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Orbital Torque in Ferromagnetic-Metal/Ru/Al2O3 Trilayers

Otani Group

For the development of spintronic memory and logic devices, the efficient current-induced spin-torque effect is critical. Spin-orbit torque, which uses spin-orbit coupling (SOC) in heavy metals (and/or Rashba interfaces) to create spin current and resulting torque to switch the magnetization of a neighboring ferromagnetic layer, has received a lot of attention in the last decade. The torque effect based on orbital angular momentum injection and SOC in the ferromagnet, known as orbital torque (OT), has recently attracted much attention. While each electronic state in a spin current may only carry ħ/2 angular momentum, the angular momentum carried by a state in an orbital current has no limit, implying that OT has higher efficiency. Indeed, in most metal elements, orbital-current production efficiency is substantially higher than its spin equivalent. Furthermore, because SOC is not required, the materials choices for the orbital source are pretty broad, rather than being confined to a few types of heavy metals like spin-current generation. As a result, OT is a strong contender for the operating principle of practical spintronic devices.

The development of OT devices based on polycrystalline stacks is beneficial for industrial on-silicon manufacture. OT was previously discovered primarily due to the interfacial orbital Rashba effect (ORE) in polycrystalline layered structures grown by room-temperature evaporation or sputtering, which can modulate OT through layer design. These studies use an interface or a bulk containing Cu or Pt as a source of orbital angular momentum. The full d-shell of Cu and the high SOC of Pt obstruct orbital transport and make OT analysis in polycrystalline stacks more difficult. Oxidation helps orbital transport in Cu, adding complexity to the structure. Meanwhile, theoretical works have focused on the orbital generation and transport in single-crystalline systems because of the complexity of orbital transport in polycrystalline heterostructures. It is highly warranted to bridge the gap between experiment and theory by obtaining efficient, long-range orbital transport in a uniform polycrystalline layer and developing a corresponding theoretical approach to orbital transport that remains elusive.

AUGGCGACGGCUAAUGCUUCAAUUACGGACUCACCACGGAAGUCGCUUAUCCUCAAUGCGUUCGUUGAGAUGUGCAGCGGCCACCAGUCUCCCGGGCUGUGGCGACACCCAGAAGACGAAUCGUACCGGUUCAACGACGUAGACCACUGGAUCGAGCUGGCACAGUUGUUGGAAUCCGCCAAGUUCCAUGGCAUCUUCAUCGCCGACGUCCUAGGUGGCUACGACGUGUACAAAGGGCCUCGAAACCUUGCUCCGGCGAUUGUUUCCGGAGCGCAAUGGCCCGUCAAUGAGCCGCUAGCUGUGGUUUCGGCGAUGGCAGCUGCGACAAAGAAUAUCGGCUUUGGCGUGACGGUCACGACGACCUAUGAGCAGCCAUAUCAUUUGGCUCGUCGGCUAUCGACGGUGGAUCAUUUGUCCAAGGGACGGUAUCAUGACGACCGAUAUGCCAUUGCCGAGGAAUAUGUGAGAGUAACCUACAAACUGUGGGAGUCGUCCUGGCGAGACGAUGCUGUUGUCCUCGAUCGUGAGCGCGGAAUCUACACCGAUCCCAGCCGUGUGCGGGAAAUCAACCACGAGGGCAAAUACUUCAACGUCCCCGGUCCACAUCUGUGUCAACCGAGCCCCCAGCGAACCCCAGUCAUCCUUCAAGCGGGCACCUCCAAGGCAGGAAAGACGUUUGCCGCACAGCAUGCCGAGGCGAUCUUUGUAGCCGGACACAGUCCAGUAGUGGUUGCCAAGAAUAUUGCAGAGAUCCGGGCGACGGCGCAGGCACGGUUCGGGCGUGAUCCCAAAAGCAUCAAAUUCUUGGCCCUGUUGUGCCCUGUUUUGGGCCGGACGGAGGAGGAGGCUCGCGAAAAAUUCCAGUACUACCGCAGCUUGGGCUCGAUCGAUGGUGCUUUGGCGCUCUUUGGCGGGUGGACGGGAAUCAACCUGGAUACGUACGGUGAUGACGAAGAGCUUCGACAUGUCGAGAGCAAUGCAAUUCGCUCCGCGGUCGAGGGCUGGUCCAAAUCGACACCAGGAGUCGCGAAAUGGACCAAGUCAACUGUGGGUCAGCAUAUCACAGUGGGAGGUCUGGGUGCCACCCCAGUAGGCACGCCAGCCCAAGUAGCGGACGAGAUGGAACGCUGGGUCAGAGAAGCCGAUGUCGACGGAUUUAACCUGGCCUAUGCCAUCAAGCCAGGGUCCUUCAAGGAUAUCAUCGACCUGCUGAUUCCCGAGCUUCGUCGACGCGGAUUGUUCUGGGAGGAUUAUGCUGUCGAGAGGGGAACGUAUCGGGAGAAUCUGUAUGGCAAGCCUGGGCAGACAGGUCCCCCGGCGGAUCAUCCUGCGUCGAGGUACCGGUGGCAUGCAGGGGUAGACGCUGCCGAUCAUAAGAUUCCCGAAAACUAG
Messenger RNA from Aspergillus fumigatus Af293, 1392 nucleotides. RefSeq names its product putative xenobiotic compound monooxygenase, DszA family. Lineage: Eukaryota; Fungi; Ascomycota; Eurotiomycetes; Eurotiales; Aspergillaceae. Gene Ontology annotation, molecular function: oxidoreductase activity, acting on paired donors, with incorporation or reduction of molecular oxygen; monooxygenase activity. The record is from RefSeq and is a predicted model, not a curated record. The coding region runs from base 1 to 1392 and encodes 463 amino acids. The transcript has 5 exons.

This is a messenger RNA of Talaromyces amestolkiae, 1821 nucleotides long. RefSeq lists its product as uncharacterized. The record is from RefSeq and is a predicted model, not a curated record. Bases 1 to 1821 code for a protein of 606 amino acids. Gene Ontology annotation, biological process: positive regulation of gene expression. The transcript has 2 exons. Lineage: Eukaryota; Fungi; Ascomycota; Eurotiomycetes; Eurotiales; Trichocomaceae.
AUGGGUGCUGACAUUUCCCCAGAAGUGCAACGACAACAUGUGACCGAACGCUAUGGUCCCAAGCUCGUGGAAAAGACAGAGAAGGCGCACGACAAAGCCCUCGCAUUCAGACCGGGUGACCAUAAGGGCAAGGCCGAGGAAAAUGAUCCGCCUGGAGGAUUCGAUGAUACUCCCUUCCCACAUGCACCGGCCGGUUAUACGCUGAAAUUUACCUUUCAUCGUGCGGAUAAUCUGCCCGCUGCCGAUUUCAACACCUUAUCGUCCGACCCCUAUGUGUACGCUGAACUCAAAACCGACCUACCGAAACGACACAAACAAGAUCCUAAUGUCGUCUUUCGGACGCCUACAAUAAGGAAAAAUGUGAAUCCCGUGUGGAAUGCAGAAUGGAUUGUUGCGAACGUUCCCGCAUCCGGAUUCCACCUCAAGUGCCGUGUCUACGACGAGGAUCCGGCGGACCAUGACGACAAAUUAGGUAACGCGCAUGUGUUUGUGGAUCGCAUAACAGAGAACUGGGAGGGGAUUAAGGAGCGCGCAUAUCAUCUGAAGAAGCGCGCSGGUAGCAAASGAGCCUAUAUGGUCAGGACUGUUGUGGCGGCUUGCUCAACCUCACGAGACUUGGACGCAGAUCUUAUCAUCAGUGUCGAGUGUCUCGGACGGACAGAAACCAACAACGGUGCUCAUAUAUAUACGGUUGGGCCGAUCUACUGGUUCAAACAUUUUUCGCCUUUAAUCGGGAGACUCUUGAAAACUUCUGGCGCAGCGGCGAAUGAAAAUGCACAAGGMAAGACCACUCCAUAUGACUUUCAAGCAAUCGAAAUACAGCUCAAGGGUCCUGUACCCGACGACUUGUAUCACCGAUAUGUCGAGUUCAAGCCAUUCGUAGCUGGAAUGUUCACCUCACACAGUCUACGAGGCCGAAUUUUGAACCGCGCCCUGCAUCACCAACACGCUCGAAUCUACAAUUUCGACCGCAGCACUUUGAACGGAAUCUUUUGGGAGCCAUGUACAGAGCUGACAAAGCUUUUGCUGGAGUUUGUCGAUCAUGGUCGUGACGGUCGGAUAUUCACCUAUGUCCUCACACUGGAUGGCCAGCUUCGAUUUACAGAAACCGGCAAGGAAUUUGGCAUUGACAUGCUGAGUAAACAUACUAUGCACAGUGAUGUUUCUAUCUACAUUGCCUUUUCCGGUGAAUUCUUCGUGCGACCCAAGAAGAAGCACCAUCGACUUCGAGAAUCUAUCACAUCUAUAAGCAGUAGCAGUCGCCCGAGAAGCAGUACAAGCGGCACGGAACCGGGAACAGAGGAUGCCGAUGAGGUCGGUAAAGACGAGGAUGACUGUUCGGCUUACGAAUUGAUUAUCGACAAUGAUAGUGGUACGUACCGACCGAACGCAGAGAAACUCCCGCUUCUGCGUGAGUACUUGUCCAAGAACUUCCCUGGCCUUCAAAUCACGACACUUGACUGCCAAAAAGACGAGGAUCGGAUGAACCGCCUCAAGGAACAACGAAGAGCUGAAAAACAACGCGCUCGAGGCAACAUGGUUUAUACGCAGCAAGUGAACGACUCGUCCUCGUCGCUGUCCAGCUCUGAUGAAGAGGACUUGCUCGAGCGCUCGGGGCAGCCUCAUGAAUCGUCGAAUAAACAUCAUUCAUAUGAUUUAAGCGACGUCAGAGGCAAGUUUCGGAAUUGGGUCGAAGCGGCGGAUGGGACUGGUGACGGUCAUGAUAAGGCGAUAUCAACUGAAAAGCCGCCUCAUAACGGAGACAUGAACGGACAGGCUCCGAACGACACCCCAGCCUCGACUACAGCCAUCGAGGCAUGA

We experimentally study the current induced torque effect in polycrystalline ferromagnetic metal (FM)/Ru/Al2O3 stacks shown in Fig. 1(a). FM is either Co40Fe40B20 or Ni80Fe20. Using a device structure, we demonstrate a high torque efficiency due to the ORE at the Ru/Al2O3 interface (Fig. 1(b)). Ru is chosen because of its electronic configuration of 4d75s1 and a small bulk-originating spin-orbit torque so that orbital-current generation is allowed by orbital hybridization; the absence of d-electrons does not limit orbital-current propagation at the Fermi level or SOC-related relaxation, and OT is not disturbed by the conventional spin Hall torque. We performed spin-torque ferromagnetic resonance (ST-FMR) measurements (Fig. 1(b)) on the polycrystalline FM/Ru/Al2O3 stacks. Figure 1(c) shows the Vmix signal obtained from the ST-FMR measurement of a Co40Fe40B20(7)/Ru(6)/Al2O3(2) (units in nanometers) trilayer. The signal Vmix is decomposed into symmetric (S) and asymmetric (A) Lorentzian components, revealing sizable negative S components that indicates the current-induced damping-like torque. From systematic studies in this work, we find characteristic behaviors of OT: (i) the sign and magnitude of the torque efficiency are strongly dependent on the FM materials and insertion layers according to the sign and magnitude of their SOC (Fig. 1(c) and (e)); and (ii) torque efficiency is enhanced with increasing CoFeB layer thickness tF, with a large saturation torque efficiency of 0.3 for tF = 12 nm, consistent with the long propagation length of the orbital current in the ferromagnet. Our quantum evolution simulation shows the unique random processing feature of orbital transport in polycrystalline materials, enabling long-range orbital transport in polycrystalline samples, even in a crystal field.

This study concludes that transition metal-based materials with a small SOC, simple structure, and itinerant d-electrons can provide a suitable platform for studying orbital transport in polycrystalline structures and developing torque devices.

  • [1] L. Liao, F. Xue, L. Han, J. Kim, R. Zhang, L. Li, J. Liu, X. Kou, C. Song, F. Pan, and Y. Otani, Phs. Rev. B 105, 104434 (2022).
  • L. Liao, F. Xuea, L. Hanb, J. Kimc, R. Zhangb, L. Lia, J. Liua, X. Koua, C. Songb, F. Panb, and Y. Otani
  • aShanghaiTech University
  • bTsinghua University